I'm Lindsay Ferrier, a Nashville writer with a passion for family travel, exploring Tennessee, and raising kids without losing my mind in the process. This is where I share my discoveries, along with occasional deep thoughts, pop culture tangents and a sprinkling of snark. Want to get in touch? Use the CONTACT form at the top of the page.
February 24, 2011
“Mommy, I want to be a girl scout!”
It began with all the golden light and birdsong you’d expect from the opening scene of a Lifetime docudrama. My six-year-old daughter skipped up to me after school, clutching a flier that advertised the formation of a new troop of Daisy Scouts.
Only 12 dollars to join! the flier stated in bold words. I eyed it skeptically.
“Honey, are you sure this is something you want to do?” I asked my daughter.
“Oh yes,” she said. “A lady came to our school and told us all about it. You get to go to camp and ride horses and do arts and crafts and sit around a campfire and roast marshmallows!”
“Okay, well, I guess we can at least go to the informational meeting next week and find out about it,” I said.
A week later, we found ourselves in a middle school cafeteria along with a bunch of other parents and their potential Girl Scouts. Once all of the interested parents and children from Punky’s grade were seated at a table, a Girl Scout official sternly informed us that unless one of us volunteered to be the leader, we could forget about having a Daisy Scout trooop.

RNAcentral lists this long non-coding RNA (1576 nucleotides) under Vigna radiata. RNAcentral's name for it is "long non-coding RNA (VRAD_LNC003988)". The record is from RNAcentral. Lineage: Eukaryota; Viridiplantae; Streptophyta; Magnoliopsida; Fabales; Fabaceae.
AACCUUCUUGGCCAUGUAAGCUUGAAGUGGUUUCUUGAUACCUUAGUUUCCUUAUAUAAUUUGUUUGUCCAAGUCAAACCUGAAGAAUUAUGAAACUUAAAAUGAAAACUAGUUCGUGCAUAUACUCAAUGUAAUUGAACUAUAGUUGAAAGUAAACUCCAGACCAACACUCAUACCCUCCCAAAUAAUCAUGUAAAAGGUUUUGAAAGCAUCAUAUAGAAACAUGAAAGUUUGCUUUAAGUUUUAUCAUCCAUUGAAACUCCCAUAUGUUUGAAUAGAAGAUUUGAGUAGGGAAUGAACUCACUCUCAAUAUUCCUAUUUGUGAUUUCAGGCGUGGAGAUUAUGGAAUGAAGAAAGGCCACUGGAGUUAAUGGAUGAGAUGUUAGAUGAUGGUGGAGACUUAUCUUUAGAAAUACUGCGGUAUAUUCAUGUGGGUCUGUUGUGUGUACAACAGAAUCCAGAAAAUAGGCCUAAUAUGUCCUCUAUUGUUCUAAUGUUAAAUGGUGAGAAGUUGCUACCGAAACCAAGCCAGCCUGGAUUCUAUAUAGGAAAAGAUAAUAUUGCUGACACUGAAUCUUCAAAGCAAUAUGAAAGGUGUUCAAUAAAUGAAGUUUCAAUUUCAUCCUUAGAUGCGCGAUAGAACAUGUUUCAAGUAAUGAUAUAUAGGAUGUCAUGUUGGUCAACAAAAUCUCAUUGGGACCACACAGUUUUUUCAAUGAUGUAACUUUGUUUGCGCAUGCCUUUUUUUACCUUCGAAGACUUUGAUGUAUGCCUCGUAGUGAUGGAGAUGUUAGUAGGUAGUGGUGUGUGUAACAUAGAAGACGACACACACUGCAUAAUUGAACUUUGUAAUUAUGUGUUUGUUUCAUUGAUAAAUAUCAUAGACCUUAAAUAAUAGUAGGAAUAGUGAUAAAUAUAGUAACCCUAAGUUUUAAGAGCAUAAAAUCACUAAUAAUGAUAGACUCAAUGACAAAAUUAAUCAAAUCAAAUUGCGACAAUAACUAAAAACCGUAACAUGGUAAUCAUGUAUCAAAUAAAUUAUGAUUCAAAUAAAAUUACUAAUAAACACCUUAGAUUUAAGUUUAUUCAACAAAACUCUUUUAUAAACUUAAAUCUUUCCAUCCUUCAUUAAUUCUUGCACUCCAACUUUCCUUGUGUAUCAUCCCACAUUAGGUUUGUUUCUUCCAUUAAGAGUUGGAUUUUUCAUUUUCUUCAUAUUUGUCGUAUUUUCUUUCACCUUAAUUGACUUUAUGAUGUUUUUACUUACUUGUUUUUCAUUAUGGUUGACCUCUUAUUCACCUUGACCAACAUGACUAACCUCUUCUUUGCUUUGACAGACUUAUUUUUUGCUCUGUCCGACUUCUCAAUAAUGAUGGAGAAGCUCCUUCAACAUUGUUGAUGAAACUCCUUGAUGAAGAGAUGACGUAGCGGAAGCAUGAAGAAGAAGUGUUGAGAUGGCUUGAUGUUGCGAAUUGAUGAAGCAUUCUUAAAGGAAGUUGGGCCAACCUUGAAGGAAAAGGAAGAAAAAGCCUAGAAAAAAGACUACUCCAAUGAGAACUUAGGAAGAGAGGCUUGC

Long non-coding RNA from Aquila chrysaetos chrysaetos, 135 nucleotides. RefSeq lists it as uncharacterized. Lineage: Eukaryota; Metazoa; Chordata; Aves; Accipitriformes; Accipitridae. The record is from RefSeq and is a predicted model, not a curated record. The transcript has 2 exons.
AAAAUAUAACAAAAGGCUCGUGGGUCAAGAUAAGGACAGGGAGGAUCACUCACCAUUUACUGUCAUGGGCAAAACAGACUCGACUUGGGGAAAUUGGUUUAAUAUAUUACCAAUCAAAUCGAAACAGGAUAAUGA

With our daughters seated among us, it was a classic set-up. How could we say no to these wide-eyed, hopeful girls? After we all endured a minute or two of awkward silence and avoidance of eye contact, one brave woman finally raised her hand. “I guess I’ll do it,” she said. “If some of you will help me.”
We all quickly agreed. After all, it didn’t seem like being a Daisy Scout would be that big of a deal. From what I could gather, it only involved monthly meetings where the girls would talk about character and work on craft projects that would be donated to the poor. And it was only 12 dollars!
Except that it wasn’t.
After we’d signed up, we were informed in an e-mail that once registration costs and uniform costs and patch costs and adult costs and other costs I didn’t really understand were added in, we actually owed the Girl Scouts a check for ninety dollars.
“Are you sure you want to do this?” I asked Punky again. “I mean, are you really surely sure?”
“Oh yes I’m sure,” she told me. “I want to be a Daisy more than anything in the world. I’ll cry if I can’t be a Daisy. It will be the worstest day of my whole life ever.”
I wrote the check.
A few days later, we attended our first meeting. The troop leader and a few other moms did a bang up job preparing for the big event. Posters had been made with the Girl Scout pledge! Craft supplies were in place! An elaborate spread of snacks was on the table! Punky dutifully sat in a circle with the other girls and read the pledge and talked about integrity and manners, and then she sat at a table and obediently completed her craft. We went home at the end of the hour and all was well…
…at least until it was time for the next meeting a month later.
“It’s Daisy Scout day!” I said merrily as I woke her up that morning. “I’m taking you to your scout meeting as soon as school is out!”